First impressions: I am intrigued – and so fascinated by that concept of the memory of the community and how it impacts all of us in subtle ways we don’t even fully realize. The first chapter launches us into a mystery with the adventurous Zora pulling her friend out into the night into trouble against her friend’s better judgement. It’s so good – and I loved Simon’s beautiful use of metaphor that adds such zing to the language. So be on the lookout for  Zora & Me: The Cursed Ground on September 11th. And if you are like me and haven’t yet read the first novel yet, add that one to your list, too!

Cindy Baldwin – Interview Outline

Our special guest this week is Cindy Baldwin – debut author of the acclaimed Where the Watermelons Grow. We discuss honey, the importance of accurate depictions of disability in children’s literature, Pitch Wars, the Anne of Green Gables adaptation on headshot1.jpgNetflix, and of course her novel!  And joining me this week to chat with Cindy is one of the founders of the MG at Heart Book Club, and Cindy’s Pitch Wars partner, Amanda Rawson Hill.

Take a listen…

Where the Watermelons Grow

Your debut middle grade novel, Where the Watermelons Grow, was just released this past month…

CA: For our listeners who have not yet read the novel, can you tell us a bit about it?

CA: Would you mind reading a favorite passage?

AH: I love how you slip into this southern accent when you read. I think every time you do it, people are surprised. But those who know you aren’t. What’s your history with the setting of this book?

CA: I know that your novel is mostly associated with watermelon, but it’s really more about honey! Is watermelon honey a real thing?

CA: Cindy –  I hope you don’t take this the wrong way, BUT – reading your book made me feel sooooo hot and sweaty!

**BONUS SPOILER SECTION: Paula and I discuss the ending of the novel, and if you’d like to hear that conversation, I moved that part of the recording to after the end credits of today’s episode at the 42:27 mark.

CA: How is the final version of the novel different from earlier drafts?

AH: While the book is about Schizophrenia, you are not Schizophrenic yourself. And yet, your own personal experience with disability helped shape this narrative. How?

511OD4J9dbL._SX310_BO1,204,203,200_.jpg

Your Writing Life

AH: For those who don’t know, Cindy has Cystic Fibrosis which has her spending a lot of time every day doing breathing treatments and affects her energy levels. On top of that, you have this wonderful spitfire of a child, who Della’s little sister is based on. And if that’s not enough, I know that in the past year you have also suffered from a lot of pain while writing. Yet, you just finished another novel (and it’s beautiful by the way, I’m reading it now.) Talk to us about some of your strategies for getting the writing done even with all these things in your life that make it a bit difficult.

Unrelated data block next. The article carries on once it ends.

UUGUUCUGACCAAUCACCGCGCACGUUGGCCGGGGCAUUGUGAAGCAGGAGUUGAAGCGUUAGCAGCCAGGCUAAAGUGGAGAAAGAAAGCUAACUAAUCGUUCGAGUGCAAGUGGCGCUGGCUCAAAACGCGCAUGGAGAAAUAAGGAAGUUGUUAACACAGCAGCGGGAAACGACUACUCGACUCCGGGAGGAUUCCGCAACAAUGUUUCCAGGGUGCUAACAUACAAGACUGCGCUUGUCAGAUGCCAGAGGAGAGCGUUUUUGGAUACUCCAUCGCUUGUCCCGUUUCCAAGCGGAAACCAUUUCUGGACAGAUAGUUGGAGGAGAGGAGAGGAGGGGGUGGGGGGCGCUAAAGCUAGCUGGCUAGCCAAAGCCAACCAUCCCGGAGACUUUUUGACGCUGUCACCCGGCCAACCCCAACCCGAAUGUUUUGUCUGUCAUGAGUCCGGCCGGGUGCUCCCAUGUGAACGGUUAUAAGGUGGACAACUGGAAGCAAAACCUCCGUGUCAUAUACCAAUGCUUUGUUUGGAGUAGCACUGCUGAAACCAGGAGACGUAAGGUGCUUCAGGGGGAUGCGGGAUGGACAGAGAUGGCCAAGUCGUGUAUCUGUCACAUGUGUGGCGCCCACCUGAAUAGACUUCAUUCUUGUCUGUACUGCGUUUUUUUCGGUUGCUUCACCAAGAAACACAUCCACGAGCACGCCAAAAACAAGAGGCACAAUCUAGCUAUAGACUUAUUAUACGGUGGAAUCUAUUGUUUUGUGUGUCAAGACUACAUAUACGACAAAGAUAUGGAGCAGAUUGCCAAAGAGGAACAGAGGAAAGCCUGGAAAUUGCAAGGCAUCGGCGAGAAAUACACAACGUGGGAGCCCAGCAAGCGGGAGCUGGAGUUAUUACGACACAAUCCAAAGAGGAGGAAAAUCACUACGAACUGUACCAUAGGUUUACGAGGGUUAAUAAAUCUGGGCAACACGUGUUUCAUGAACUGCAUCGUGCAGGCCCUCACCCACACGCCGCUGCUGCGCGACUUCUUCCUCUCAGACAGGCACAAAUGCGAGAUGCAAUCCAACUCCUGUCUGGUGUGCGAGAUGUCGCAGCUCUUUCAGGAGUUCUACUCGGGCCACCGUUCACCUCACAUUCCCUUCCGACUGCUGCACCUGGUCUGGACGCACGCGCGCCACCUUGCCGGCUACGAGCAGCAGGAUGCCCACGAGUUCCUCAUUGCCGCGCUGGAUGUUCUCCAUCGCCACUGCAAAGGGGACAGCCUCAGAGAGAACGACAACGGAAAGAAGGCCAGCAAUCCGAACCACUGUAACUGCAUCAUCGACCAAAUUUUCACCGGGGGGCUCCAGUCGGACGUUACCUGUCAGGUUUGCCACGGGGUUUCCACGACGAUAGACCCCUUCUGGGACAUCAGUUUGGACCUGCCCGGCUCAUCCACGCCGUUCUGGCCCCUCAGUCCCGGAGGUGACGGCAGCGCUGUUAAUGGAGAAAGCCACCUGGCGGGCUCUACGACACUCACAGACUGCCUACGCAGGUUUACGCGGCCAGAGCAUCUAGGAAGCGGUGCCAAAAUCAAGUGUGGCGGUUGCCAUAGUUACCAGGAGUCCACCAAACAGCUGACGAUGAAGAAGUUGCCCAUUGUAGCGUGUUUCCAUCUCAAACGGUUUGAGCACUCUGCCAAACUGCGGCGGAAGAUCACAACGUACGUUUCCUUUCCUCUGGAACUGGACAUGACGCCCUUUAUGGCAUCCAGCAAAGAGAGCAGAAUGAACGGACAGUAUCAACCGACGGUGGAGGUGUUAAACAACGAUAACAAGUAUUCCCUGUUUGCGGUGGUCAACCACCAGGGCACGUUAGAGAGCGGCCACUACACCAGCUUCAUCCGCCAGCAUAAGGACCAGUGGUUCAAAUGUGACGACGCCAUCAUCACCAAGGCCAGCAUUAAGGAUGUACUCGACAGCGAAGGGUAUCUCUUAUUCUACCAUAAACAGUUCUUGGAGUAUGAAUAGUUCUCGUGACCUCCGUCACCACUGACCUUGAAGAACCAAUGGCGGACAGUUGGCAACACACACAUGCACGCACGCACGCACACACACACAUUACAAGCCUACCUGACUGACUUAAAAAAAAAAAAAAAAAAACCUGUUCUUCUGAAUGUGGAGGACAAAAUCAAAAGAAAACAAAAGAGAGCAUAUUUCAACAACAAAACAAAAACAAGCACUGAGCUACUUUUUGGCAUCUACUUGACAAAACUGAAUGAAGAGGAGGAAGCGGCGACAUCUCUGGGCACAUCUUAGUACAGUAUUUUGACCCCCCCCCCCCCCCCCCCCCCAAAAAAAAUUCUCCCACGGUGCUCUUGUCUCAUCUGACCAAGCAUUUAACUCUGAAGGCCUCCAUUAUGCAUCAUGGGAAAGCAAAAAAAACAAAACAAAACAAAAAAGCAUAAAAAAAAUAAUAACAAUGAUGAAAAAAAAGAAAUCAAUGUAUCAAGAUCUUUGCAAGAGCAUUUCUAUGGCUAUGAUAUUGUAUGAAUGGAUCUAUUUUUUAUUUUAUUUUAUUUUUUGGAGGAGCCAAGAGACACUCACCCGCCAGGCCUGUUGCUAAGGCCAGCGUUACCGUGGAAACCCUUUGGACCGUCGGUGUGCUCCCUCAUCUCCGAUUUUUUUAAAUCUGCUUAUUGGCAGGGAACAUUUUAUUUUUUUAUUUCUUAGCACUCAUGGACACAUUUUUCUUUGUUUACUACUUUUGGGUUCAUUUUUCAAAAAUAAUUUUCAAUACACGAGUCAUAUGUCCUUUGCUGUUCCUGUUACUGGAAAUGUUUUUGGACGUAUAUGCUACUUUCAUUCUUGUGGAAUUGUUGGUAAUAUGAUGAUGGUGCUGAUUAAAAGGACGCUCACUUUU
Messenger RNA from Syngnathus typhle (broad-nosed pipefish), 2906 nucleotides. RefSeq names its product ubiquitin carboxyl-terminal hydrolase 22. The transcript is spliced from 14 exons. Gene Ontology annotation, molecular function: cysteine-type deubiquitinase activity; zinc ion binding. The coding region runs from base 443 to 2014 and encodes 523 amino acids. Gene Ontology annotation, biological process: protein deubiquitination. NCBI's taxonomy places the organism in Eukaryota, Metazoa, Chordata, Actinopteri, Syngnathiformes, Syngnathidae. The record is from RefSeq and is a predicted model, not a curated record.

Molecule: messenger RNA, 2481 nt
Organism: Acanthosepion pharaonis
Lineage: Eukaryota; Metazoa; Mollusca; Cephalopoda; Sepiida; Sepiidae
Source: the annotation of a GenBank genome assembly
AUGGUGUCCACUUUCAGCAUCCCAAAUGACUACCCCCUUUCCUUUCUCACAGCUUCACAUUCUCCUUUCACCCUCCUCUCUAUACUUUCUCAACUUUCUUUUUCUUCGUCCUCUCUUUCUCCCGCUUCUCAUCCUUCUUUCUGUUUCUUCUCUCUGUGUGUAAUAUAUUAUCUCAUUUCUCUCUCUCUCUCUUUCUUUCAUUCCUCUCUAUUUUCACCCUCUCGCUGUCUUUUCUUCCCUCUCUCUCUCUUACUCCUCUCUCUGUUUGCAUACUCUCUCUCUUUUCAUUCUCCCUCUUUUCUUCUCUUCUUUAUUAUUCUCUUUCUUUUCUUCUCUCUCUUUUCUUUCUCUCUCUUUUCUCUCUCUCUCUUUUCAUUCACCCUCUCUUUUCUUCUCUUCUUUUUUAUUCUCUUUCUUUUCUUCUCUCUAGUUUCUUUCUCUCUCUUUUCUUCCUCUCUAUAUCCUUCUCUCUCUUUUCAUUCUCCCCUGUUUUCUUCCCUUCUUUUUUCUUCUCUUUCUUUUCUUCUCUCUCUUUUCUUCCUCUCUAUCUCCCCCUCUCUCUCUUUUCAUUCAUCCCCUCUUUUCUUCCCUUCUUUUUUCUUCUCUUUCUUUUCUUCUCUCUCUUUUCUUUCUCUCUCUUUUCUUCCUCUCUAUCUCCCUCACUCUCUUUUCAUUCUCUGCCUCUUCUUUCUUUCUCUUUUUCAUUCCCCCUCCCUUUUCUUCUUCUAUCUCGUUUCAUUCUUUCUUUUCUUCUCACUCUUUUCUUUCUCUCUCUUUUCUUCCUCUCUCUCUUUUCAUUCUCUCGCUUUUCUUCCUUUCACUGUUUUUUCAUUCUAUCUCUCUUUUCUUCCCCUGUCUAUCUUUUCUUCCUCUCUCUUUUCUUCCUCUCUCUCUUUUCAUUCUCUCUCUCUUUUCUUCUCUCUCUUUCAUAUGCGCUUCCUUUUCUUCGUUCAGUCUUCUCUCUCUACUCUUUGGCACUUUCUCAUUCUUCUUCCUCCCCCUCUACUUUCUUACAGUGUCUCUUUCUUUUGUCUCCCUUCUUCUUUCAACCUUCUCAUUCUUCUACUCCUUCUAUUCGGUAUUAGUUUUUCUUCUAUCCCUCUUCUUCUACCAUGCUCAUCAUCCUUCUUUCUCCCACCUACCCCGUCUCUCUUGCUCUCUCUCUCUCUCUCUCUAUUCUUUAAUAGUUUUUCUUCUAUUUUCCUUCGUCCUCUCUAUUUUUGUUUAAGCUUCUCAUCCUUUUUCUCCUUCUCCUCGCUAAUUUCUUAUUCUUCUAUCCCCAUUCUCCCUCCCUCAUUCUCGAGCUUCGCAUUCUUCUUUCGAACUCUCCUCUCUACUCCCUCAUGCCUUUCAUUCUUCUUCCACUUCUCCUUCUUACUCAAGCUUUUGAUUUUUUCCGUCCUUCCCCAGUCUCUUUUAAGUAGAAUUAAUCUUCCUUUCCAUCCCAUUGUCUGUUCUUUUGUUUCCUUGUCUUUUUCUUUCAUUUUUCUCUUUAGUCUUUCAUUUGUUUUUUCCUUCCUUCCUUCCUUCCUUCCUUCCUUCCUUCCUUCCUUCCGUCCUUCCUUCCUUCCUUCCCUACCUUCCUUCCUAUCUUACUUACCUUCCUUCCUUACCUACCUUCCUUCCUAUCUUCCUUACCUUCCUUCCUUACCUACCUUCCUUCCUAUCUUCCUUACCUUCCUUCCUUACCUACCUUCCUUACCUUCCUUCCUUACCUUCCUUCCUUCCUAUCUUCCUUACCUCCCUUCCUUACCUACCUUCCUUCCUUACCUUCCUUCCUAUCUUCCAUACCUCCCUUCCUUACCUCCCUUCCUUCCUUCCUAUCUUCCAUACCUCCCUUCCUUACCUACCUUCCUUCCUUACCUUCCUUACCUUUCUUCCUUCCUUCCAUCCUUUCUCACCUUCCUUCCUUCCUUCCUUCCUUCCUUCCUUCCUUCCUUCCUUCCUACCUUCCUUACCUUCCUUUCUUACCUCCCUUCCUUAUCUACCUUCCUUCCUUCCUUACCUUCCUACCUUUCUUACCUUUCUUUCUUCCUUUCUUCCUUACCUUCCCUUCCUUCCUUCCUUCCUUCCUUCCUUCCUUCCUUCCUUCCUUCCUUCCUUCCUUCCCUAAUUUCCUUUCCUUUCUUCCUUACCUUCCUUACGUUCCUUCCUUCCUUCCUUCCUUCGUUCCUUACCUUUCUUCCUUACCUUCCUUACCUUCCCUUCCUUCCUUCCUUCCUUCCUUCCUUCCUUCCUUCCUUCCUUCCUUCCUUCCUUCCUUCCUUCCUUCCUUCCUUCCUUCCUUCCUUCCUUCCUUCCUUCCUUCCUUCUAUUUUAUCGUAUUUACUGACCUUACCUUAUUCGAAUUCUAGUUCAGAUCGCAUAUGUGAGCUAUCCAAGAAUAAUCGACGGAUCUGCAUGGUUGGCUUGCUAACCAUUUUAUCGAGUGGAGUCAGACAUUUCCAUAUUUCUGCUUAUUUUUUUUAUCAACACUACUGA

CA: What are you working on now?

CA: While I have both of you here, I have a writer related question to ask.  On Twitter, I keep seeing this thing called PitchWars. What IS that?

Your Reading Life

One of the goals of this podcast is to help educators and librarians and parents inspire kids to read more and connect them with amazing books.  CA: Did you have a special teacher or librarian who helped foster your reading life as a child?  And if so, what did they do that made such a difference?

AH: I’d love advice on reading aloud when you have a precocious child, like Kate.

CA: So Cindy – I’ve gathered that you are a fan of Anne of Green Gables. What do you think of Anne with an E adaptation on Netflix?

CA: What have you been reading lately?

Links:

Cindy’s website – http://cindybaldwinbooks.com

Cindy on Twitter and Instagram and Facebook

Amanda’s website – https://amandarawsonhill.com

PitchWars website – https://pitchwars.org

Cindy & Amanda’s blog hop PitchWars post – http://blog.cindybaldwinbooks.com/2018/08/2018-pitch-wars.html

Pragmatic Mom website – https://www.pragmaticmom.com/booklists/

What We Do All Day website – https://www.whatdowedoallday.com/category/books/

Books & Authors We Chatted About:

Horton Hears a Who (Dr. Seuss)

Clementine series (Sara Pennypacker)

Anna Hibiscus (Atinuke)

E.B. White

Dick King-Smith

James Harriot

Anne of Green Gables (L.M. Montgomery)

The Anne of Green Gables graphic novel (Mariah Marsden)

Race to the Bottom of the Sea (Lindsay Eager)

Amal Unbound (Aisha Saeed)

Mostly the Honest Truth (Jody J. Little)

Closing

Alright, that wraps up our show this week!

If you have a question about how to connect kids between 8-12 to books they’ll love or a suggestion about a topic we should cover, I would love to hear from you. You can email me at booksbetween@gmail.com or message me on Twitter/Instagram at the handle @Books_Between.

Books Between is a proud member of the Education Podcast Network. This network EPN_badgefeatures podcasts for educators, created by educators. For more great content visit edupodcastnetwork.com

Thank you so much for joining me this week. You can get an outline of interviews and a full transcript of all the other parts of our show at MGBookVillage.org. And, if you are liking the show, please leave us some love on iTunes or Stitcher so others can discover us as well.

Thanks and see you soon!  Bye!

CorrinaAllen

Corrina Allen is a 5th grade teacher in Central New York and mom of two energetic tween girls. She is passionate about helping kids discover who they are as readers.

Corrina is the host of Books Between – a podcast to help teachers, parents, and librarians connect children between 8 and 12 to books they’ll love.

Find her on Twitter at @corrinaaallen or Instagram at @Corrina_Allen.

 

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Paula Chase (So Done): Books Between, Episode 57

Episode Outline:

Listen to the episode here!

Intro